In the open water, there are no lane lines and no line on the bottom (that we can see) so we need to lift our eyes forward to see if we are on course or not. This is called sighting. We want to pick our eyes up and see the point we are swimming for. This point could be a buoy, a flag, a dock, a house, etc. When choosing your sighting point, try to choose something that isn’t going to move but you could easily see.
How to Do It
There are two ways I like to do sighting when I am swimming freestyle. The first is to lift your eyes above the water, turn your head to take your breath, and continue your stroke (EYES, BREATH, CONTINUE). The other is to take your breath, turn your head forward to have your eyes look over the water in front of you, and then continue your stroke (BREATH, EYES, CONTINUE). During both of these, you want to keep your core and glutes engaged (without arching your back) and don’t let your legs drop.
In most cases, I like to breathe first then sight and continue so I can make sure I’ve got that good breath but I have used the other way also. You should try both ways and see which one works the best for you. Of course, if you are swimming breaststroke or butterfly, you are sighting every time you take your breath so that is a bonus of the stroke itself.
What Not to Do
Do you remember when we talked about “Eliminating Drag in Your Freestyle Stroke”? We found out that the higher you brought your head out of the water, the lower your legs wanted to sink so the more drag you created. And now, I’m telling you to lift your eyes out of the water? Yes, we want to have our eyes come out of the water to sight but not our whole head. Keep as much of your face in the water while you are sighting as possible in order to minimize the drag component.
This is not what I want to see on sighting. The swimmer’s head is fully out of the water and, even though we cannot see what is going on under the water, appears to be in a vertical position (or at least putting a lot of pressure on their back).
Here is a better example of sighting. The swimmer is maintaining his horizontal position with just the eyes coming out of the water. His power is still being propelled forward, through his sighting.
If you are swimming in the ocean or a choppy lake, you may need to bring your eyes up a bit more to see the sighting point but you can adjust that as you are swimming. Just remember, we want to look for that next point: the buoy, the dock, the house, etc. but we want to do it quickly and efficiently and not have sighting take too much away from our stroke.
Of course, you’ll have to adjust your sighting for your particular needs and for race course conditions but start by playing with sighting in the pool:
- Put some sighting sets into your workouts,
- Look for a cone or a kickboard each time you sight, and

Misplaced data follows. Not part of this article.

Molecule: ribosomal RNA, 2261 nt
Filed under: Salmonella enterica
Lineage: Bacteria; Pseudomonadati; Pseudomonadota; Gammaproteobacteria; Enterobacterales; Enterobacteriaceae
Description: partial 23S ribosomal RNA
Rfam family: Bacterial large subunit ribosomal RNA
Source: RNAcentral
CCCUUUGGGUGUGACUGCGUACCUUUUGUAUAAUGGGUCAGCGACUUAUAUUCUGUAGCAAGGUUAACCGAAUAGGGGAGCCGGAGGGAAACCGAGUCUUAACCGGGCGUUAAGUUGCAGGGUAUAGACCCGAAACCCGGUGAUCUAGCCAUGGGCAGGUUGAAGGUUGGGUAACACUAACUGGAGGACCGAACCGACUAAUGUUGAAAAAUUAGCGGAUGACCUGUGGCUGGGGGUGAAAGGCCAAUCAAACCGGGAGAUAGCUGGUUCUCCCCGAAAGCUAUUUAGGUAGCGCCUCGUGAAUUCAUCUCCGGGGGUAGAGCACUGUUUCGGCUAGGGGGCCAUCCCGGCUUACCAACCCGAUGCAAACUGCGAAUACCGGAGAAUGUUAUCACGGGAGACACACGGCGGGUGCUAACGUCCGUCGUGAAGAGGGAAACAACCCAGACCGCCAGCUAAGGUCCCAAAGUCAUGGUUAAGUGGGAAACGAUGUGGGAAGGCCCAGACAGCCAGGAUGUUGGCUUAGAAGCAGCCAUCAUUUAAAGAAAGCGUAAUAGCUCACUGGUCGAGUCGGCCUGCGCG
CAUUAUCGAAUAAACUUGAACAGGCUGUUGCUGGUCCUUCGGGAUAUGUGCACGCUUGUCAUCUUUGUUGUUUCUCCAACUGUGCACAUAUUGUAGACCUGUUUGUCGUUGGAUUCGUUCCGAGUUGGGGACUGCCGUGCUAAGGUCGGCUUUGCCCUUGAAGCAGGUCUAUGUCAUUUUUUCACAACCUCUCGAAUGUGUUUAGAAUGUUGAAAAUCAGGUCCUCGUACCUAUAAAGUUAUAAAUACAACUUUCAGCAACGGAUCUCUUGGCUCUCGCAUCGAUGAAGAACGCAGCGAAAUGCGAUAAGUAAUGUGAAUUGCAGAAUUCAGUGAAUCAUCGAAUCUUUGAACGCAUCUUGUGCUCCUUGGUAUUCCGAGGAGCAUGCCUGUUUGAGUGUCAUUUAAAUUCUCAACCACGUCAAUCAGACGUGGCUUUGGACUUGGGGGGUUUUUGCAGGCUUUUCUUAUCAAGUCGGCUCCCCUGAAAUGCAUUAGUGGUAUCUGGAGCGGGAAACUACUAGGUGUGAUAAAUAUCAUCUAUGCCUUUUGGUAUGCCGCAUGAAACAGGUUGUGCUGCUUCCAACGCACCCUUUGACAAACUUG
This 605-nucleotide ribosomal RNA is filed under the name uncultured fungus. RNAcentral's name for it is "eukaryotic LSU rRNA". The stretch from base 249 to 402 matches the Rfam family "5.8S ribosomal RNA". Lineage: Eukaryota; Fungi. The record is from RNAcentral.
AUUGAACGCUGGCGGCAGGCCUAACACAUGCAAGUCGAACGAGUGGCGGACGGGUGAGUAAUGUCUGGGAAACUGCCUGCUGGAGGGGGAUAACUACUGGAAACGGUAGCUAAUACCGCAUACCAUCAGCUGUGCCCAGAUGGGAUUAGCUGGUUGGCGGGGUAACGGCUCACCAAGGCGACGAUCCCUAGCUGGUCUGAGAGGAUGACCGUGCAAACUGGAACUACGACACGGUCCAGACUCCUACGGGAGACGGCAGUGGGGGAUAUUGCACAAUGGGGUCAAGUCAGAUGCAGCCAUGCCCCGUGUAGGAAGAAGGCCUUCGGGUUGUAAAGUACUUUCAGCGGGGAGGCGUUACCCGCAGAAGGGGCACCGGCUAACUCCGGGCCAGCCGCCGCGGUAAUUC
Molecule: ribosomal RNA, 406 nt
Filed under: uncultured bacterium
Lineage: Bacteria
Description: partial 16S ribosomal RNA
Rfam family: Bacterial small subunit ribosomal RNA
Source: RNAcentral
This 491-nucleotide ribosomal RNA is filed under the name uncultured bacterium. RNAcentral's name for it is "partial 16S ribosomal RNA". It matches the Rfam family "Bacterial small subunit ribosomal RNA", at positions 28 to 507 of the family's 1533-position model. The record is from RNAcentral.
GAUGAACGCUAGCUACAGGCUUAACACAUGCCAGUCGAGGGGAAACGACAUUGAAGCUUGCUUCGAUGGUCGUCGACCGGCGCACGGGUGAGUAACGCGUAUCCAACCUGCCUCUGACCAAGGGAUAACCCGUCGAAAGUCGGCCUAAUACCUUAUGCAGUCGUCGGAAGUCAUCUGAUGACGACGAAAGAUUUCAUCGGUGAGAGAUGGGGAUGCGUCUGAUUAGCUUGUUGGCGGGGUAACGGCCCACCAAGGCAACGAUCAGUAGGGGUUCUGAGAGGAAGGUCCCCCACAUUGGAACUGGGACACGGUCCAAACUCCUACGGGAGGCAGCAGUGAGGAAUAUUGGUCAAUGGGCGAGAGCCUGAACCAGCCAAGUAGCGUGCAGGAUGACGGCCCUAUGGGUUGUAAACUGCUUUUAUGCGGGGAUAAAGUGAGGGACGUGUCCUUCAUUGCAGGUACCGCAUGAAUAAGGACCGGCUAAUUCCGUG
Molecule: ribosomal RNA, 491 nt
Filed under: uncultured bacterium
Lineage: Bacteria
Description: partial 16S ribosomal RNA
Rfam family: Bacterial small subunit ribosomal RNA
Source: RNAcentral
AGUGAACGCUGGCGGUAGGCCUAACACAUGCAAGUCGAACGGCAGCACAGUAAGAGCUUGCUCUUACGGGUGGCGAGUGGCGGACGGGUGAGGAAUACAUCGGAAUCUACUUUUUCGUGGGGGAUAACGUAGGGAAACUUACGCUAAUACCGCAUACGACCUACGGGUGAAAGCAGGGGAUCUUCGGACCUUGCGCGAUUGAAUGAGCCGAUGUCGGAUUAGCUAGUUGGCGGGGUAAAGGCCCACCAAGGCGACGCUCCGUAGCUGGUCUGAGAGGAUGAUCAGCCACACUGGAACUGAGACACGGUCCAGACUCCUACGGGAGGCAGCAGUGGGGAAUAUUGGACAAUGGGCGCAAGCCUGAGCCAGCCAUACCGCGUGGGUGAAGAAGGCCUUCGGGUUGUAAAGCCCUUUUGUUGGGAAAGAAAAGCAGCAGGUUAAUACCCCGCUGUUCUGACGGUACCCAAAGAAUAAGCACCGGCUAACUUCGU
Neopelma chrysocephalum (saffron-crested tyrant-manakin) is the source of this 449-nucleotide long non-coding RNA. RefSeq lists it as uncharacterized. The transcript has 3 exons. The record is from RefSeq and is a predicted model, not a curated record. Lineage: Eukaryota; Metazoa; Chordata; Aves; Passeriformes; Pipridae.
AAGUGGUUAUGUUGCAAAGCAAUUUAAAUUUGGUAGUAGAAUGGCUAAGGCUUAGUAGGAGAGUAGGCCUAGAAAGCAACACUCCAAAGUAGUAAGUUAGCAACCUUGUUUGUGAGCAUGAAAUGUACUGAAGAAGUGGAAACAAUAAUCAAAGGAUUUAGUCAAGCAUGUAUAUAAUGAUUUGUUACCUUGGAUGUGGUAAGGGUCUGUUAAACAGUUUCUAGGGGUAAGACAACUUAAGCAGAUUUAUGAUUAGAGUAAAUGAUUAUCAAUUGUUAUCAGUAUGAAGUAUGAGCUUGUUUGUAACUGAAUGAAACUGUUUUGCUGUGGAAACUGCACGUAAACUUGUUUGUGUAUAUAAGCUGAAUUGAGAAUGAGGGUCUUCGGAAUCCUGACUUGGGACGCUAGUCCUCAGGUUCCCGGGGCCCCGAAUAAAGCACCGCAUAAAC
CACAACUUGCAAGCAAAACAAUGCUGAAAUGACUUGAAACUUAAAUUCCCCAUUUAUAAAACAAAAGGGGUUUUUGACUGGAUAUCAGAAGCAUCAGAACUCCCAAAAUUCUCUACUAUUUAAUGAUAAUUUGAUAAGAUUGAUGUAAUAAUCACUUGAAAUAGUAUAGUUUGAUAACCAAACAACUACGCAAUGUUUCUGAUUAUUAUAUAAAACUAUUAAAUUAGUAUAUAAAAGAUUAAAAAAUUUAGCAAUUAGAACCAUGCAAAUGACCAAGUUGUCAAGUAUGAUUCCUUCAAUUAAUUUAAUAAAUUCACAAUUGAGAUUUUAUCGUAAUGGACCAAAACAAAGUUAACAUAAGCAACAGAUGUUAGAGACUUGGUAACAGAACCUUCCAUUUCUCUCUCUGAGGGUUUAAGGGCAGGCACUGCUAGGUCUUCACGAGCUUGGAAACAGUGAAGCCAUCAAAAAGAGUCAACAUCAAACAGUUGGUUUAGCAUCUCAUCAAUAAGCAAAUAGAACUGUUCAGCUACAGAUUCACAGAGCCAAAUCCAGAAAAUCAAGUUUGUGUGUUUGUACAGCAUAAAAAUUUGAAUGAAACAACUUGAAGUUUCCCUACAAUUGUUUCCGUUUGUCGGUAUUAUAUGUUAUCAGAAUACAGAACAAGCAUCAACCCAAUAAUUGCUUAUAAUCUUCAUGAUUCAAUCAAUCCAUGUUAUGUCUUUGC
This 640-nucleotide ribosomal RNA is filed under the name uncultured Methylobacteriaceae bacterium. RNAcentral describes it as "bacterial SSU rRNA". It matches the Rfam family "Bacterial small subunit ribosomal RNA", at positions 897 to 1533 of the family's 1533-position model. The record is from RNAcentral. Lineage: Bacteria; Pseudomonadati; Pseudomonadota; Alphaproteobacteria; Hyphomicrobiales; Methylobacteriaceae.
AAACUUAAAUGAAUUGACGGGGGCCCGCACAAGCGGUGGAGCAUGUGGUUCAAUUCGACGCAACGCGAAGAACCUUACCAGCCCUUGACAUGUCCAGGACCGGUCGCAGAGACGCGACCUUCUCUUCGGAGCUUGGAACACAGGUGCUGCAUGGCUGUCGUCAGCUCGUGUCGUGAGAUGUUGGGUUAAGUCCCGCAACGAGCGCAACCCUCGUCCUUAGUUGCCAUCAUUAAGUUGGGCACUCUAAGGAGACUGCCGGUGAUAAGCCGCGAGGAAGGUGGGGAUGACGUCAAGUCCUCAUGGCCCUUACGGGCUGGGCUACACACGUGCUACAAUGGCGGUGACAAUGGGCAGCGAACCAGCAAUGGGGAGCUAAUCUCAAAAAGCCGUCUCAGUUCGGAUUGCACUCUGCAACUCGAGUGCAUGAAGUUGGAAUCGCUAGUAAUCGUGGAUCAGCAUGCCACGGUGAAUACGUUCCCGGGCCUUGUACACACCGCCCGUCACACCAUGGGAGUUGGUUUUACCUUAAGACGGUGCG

- If you really want to have fun with it, have someone vary where the cone or the kickboard is placed each time you sight so you have to really look for it.
I like to hold up numbers for my swimmers while they sight and then have them repeat the numbers at the end. This lets me know they got a good sight in and they really looked for the number instead of just moving their head.
One of the most common open water questions I get is “How often should I sight?” Honestly, that is a personal preference based on how your swim is feeling that day. Maybe you’ve swam the course before and you are very confident on it, sight less. If your swim is spot on and every time you sight, you are exactly where you need to be, sight less. If you are feeling out of control and you are not swimming straight, sight more. If you start sighting and you realize every time you sight, you are off course, sight more. There is really no magic number, just go with the flow and see how it feels. You want to work down to the lowest number of sightings with the straightest and most confident swim you can do.
Trick of the Trade
The biggest secret to sighting is holding the image you just sighted on in your mind and then pointing your guiding arm to that point in your mind each time it extends into the glide. Remember when we were learning to swim straight, we learned the recovery arm comes into the water and then extends out into the glide? The sighting point is what your guiding arm is pointing at. If you join the two points (the sighting image and the guiding arm) successfully, the next time you sight, you should be spot on the mark. If you are off, adjust your guiding arms first and then perform your Head to Toe Assessment to see if anything else in your stroke is off.
The best part of this trick is that if you really get your guiding arm to stretch tall (without overextending) toward your mind image, you will also be reducing drag, engaging the core, and telling your body exactly where you want it to go in the water. Just imagine, no more squiggly lines when you look at your swim results on your watch!
So, there you have it. Now you know how to add effective sighting to your open water swim. Go get ‘em, have fun, and let me know if I can help you in any way. I can be reached at Carolanne@WinningSwimming.com
Posted February 28, 2017